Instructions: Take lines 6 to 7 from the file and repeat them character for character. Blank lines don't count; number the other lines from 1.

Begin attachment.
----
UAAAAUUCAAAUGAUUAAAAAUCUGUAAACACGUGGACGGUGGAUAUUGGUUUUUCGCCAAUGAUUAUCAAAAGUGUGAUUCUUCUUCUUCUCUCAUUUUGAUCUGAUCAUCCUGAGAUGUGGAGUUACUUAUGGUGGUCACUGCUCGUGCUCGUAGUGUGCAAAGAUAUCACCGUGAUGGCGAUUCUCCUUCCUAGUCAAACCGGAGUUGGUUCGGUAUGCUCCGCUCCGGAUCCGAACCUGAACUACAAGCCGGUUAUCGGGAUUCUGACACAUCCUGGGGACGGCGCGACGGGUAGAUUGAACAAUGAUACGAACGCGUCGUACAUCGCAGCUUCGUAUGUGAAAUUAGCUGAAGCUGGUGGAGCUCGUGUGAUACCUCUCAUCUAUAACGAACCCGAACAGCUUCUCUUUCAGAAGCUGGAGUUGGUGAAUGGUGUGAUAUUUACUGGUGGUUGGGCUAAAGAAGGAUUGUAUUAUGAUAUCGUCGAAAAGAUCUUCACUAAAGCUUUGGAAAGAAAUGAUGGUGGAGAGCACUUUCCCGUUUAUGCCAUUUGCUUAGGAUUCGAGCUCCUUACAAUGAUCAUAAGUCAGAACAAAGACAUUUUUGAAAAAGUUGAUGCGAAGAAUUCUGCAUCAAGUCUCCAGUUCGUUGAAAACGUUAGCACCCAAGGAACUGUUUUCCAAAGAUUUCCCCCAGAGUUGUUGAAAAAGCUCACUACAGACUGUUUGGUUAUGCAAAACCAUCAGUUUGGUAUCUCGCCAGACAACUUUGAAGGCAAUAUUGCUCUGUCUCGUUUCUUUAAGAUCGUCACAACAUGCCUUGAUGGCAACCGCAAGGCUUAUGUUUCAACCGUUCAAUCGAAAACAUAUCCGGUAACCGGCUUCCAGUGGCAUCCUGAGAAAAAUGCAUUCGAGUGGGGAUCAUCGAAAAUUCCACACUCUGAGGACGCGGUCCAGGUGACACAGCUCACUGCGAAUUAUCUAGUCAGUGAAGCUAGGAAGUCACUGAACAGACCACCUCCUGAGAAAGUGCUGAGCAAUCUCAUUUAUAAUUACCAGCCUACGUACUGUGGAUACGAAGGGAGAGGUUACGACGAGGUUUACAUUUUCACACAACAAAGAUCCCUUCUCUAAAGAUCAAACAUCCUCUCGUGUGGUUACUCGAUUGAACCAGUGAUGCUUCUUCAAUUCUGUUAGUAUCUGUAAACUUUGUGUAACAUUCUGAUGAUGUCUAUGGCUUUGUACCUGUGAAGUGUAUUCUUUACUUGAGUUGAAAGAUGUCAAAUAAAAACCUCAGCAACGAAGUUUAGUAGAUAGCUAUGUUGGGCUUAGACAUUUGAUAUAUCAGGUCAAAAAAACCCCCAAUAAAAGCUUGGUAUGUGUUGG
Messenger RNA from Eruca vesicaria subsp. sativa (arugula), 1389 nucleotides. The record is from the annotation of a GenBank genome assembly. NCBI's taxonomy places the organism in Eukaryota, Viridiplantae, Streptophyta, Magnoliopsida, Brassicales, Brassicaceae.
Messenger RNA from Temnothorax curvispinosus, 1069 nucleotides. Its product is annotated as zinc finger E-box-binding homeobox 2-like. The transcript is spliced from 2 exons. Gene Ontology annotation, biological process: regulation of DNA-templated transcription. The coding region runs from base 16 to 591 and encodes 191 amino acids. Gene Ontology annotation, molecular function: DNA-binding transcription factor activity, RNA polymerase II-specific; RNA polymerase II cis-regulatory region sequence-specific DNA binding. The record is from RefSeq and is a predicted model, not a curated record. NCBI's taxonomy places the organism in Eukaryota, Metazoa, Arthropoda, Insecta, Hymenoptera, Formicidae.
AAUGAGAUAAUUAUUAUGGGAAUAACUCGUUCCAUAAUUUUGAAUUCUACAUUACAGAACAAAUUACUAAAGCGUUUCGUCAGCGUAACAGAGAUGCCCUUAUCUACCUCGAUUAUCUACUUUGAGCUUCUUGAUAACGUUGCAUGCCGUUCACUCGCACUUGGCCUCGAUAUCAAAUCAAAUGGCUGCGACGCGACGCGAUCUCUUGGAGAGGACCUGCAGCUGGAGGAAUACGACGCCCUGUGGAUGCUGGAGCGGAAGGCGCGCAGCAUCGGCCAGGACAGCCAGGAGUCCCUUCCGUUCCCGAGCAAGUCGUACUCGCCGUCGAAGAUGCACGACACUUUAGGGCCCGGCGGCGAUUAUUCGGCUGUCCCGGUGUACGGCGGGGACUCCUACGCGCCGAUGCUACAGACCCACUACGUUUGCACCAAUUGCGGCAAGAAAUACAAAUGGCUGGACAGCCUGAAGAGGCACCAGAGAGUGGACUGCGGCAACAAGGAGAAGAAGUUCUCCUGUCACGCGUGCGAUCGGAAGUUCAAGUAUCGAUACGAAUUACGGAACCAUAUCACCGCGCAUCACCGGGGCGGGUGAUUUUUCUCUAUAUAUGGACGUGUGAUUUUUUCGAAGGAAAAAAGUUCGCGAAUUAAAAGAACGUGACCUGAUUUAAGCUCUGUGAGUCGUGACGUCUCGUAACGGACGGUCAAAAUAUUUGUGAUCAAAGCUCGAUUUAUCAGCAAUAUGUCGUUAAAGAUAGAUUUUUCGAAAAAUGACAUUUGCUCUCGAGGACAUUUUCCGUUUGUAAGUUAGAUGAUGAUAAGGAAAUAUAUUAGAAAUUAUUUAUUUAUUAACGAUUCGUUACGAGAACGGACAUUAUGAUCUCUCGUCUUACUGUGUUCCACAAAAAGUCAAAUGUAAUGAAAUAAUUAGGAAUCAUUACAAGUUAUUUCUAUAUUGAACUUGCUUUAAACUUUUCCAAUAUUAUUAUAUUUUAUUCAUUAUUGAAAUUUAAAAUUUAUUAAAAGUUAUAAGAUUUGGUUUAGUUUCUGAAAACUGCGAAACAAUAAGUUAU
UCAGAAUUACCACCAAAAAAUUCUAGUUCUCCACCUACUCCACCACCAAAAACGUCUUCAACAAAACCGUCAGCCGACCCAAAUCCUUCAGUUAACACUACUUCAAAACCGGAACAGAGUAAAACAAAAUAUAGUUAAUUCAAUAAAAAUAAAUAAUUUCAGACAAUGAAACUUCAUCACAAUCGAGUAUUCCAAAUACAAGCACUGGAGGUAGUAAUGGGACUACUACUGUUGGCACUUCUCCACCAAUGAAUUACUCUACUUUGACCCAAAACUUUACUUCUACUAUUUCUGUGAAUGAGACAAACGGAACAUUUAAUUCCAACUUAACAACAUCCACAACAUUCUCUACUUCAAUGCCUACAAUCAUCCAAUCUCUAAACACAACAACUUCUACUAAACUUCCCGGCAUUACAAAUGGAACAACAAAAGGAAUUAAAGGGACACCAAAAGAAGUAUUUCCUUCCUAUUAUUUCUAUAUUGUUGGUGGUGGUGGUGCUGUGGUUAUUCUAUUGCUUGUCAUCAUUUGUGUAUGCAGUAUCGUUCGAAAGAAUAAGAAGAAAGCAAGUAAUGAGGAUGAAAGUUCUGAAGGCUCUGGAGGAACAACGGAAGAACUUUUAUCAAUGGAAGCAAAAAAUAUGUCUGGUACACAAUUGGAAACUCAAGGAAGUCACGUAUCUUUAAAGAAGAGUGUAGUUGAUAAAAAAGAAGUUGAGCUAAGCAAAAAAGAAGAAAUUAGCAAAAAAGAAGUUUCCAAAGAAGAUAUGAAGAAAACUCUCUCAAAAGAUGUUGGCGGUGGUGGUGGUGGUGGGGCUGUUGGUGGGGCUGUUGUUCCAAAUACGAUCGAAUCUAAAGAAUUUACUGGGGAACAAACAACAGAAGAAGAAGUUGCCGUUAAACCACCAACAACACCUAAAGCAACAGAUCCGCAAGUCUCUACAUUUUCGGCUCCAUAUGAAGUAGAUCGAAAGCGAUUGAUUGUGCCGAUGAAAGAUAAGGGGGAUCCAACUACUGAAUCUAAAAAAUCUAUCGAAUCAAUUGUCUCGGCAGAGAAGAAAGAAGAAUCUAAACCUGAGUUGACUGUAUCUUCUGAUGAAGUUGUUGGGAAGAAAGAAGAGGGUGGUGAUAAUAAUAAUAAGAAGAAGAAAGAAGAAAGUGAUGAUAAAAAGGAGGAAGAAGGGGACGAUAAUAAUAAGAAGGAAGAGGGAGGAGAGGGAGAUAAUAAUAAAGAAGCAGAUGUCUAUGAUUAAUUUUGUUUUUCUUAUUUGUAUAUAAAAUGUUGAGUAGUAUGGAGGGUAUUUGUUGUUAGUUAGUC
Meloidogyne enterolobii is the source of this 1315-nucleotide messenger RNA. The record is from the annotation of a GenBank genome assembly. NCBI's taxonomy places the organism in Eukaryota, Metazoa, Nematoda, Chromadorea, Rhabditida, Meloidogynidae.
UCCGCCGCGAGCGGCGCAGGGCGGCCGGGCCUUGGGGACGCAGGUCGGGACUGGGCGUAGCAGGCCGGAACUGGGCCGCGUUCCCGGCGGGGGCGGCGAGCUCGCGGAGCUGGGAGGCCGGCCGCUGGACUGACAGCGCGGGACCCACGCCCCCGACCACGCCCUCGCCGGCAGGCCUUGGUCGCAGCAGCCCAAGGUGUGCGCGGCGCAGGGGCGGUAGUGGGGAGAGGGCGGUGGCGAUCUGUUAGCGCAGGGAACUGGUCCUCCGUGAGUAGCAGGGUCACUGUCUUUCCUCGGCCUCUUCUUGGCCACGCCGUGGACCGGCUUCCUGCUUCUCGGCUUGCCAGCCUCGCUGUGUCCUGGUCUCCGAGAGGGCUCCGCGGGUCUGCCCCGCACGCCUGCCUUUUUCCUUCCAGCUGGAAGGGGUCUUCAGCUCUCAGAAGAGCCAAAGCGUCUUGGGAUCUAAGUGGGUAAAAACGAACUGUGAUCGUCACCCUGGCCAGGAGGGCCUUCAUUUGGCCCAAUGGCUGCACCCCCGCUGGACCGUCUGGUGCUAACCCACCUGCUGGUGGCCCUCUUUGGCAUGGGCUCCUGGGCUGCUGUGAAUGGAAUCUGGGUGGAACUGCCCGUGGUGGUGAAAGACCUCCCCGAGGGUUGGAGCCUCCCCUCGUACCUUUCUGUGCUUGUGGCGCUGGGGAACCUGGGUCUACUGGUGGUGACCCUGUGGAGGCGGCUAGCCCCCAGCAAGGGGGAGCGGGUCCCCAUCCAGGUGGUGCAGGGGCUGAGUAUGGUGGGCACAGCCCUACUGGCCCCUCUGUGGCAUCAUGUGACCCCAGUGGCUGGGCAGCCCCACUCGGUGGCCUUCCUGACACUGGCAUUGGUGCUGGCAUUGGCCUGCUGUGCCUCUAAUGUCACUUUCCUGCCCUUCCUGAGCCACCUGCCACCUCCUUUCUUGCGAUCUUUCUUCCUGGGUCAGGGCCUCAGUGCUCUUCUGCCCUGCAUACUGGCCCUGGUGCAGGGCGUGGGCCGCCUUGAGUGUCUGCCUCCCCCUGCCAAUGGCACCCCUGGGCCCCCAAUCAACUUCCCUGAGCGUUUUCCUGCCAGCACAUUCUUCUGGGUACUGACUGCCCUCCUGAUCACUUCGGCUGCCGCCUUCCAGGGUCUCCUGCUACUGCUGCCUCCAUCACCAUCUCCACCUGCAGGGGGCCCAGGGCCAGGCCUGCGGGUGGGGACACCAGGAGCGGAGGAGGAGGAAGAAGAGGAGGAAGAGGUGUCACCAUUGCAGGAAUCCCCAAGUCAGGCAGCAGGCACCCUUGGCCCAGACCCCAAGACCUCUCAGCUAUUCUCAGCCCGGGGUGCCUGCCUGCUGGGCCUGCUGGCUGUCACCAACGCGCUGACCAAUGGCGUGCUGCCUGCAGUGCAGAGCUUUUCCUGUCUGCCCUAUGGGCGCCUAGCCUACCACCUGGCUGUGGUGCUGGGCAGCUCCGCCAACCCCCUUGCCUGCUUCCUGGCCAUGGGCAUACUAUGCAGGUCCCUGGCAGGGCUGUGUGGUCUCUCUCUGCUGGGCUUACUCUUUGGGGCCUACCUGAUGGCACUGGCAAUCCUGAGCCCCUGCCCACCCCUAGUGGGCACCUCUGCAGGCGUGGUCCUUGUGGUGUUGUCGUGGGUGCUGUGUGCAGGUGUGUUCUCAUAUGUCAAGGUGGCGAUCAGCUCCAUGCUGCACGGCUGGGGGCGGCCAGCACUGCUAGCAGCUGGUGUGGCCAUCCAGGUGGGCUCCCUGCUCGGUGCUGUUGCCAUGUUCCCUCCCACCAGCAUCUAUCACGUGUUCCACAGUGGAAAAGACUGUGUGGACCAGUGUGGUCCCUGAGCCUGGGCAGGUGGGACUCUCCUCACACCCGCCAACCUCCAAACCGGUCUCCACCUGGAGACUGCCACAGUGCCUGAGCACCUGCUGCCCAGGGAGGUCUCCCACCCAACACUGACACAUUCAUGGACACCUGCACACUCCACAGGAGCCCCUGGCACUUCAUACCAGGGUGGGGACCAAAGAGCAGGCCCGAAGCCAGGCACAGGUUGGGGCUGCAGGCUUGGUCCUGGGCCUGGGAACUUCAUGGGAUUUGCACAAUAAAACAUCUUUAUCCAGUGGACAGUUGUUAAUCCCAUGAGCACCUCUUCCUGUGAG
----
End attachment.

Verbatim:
Meloidogyne enterolobii is the source of this 1315-nucleotide messenger RNA. The record is from the annotation of a GenBank genome assembly. NCBI's taxonomy places the organism in Eukaryota, Metazoa, Nematoda, Chromadorea, Rhabditida, Meloidogynidae.
UCCGCCGCGAGCGGCGCAGGGCGGCCGGGCCUUGGGGACGCAGGUCGGGACUGGGCGUAGCAGGCCGGAACUGGGCCGCGUUCCCGGCGGGGGCGGCGAGCUCGCGGAGCUGGGAGGCCGGCCGCUGGACUGACAGCGCGGGACCCACGCCCCCGACCACGCCCUCGCCGGCAGGCCUUGGUCGCAGCAGCCCAAGGUGUGCGCGGCGCAGGGGCGGUAGUGGGGAGAGGGCGGUGGCGAUCUGUUAGCGCAGGGAACUGGUCCUCCGUGAGUAGCAGGGUCACUGUCUUUCCUCGGCCUCUUCUUGGCCACGCCGUGGACCGGCUUCCUGCUUCUCGGCUUGCCAGCCUCGCUGUGUCCUGGUCUCCGAGAGGGCUCCGCGGGUCUGCCCCGCACGCCUGCCUUUUUCCUUCCAGCUGGAAGGGGUCUUCAGCUCUCAGAAGAGCCAAAGCGUCUUGGGAUCUAAGUGGGUAAAAACGAACUGUGAUCGUCACCCUGGCCAGGAGGGCCUUCAUUUGGCCCAAUGGCUGCACCCCCGCUGGACCGUCUGGUGCUAACCCACCUGCUGGUGGCCCUCUUUGGCAUGGGCUCCUGGGCUGCUGUGAAUGGAAUCUGGGUGGAACUGCCCGUGGUGGUGAAAGACCUCCCCGAGGGUUGGAGCCUCCCCUCGUACCUUUCUGUGCUUGUGGCGCUGGGGAACCUGGGUCUACUGGUGGUGACCCUGUGGAGGCGGCUAGCCCCCAGCAAGGGGGAGCGGGUCCCCAUCCAGGUGGUGCAGGGGCUGAGUAUGGUGGGCACAGCCCUACUGGCCCCUCUGUGGCAUCAUGUGACCCCAGUGGCUGGGCAGCCCCACUCGGUGGCCUUCCUGACACUGGCAUUGGUGCUGGCAUUGGCCUGCUGUGCCUCUAAUGUCACUUUCCUGCCCUUCCUGAGCCACCUGCCACCUCCUUUCUUGCGAUCUUUCUUCCUGGGUCAGGGCCUCAGUGCUCUUCUGCCCUGCAUACUGGCCCUGGUGCAGGGCGUGGGCCGCCUUGAGUGUCUGCCUCCCCCUGCCAAUGGCACCCCUGGGCCCCCAAUCAACUUCCCUGAGCGUUUUCCUGCCAGCACAUUCUUCUGGGUACUGACUGCCCUCCUGAUCACUUCGGCUGCCGCCUUCCAGGGUCUCCUGCUACUGCUGCCUCCAUCACCAUCUCCACCUGCAGGGGGCCCAGGGCCAGGCCUGCGGGUGGGGACACCAGGAGCGGAGGAGGAGGAAGAAGAGGAGGAAGAGGUGUCACCAUUGCAGGAAUCCCCAAGUCAGGCAGCAGGCACCCUUGGCCCAGACCCCAAGACCUCUCAGCUAUUCUCAGCCCGGGGUGCCUGCCUGCUGGGCCUGCUGGCUGUCACCAACGCGCUGACCAAUGGCGUGCUGCCUGCAGUGCAGAGCUUUUCCUGUCUGCCCUAUGGGCGCCUAGCCUACCACCUGGCUGUGGUGCUGGGCAGCUCCGCCAACCCCCUUGCCUGCUUCCUGGCCAUGGGCAUACUAUGCAGGUCCCUGGCAGGGCUGUGUGGUCUCUCUCUGCUGGGCUUACUCUUUGGGGCCUACCUGAUGGCACUGGCAAUCCUGAGCCCCUGCCCACCCCUAGUGGGCACCUCUGCAGGCGUGGUCCUUGUGGUGUUGUCGUGGGUGCUGUGUGCAGGUGUGUUCUCAUAUGUCAAGGUGGCGAUCAGCUCCAUGCUGCACGGCUGGGGGCGGCCAGCACUGCUAGCAGCUGGUGUGGCCAUCCAGGUGGGCUCCCUGCUCGGUGCUGUUGCCAUGUUCCCUCCCACCAGCAUCUAUCACGUGUUCCACAGUGGAAAAGACUGUGUGGACCAGUGUGGUCCCUGAGCCUGGGCAGGUGGGACUCUCCUCACACCCGCCAACCUCCAAACCGGUCUCCACCUGGAGACUGCCACAGUGCCUGAGCACCUGCUGCCCAGGGAGGUCUCCCACCCAACACUGACACAUUCAUGGACACCUGCACACUCCACAGGAGCCCCUGGCACUUCAUACCAGGGUGGGGACCAAAGAGCAGGCCCGAAGCCAGGCACAGGUUGGGGCUGCAGGCUUGGUCCUGGGCCUGGGAACUUCAUGGGAUUUGCACAAUAAAACAUCUUUAUCCAGUGGACAGUUGUUAAUCCCAUGAGCACCUCUUCCUGUGAG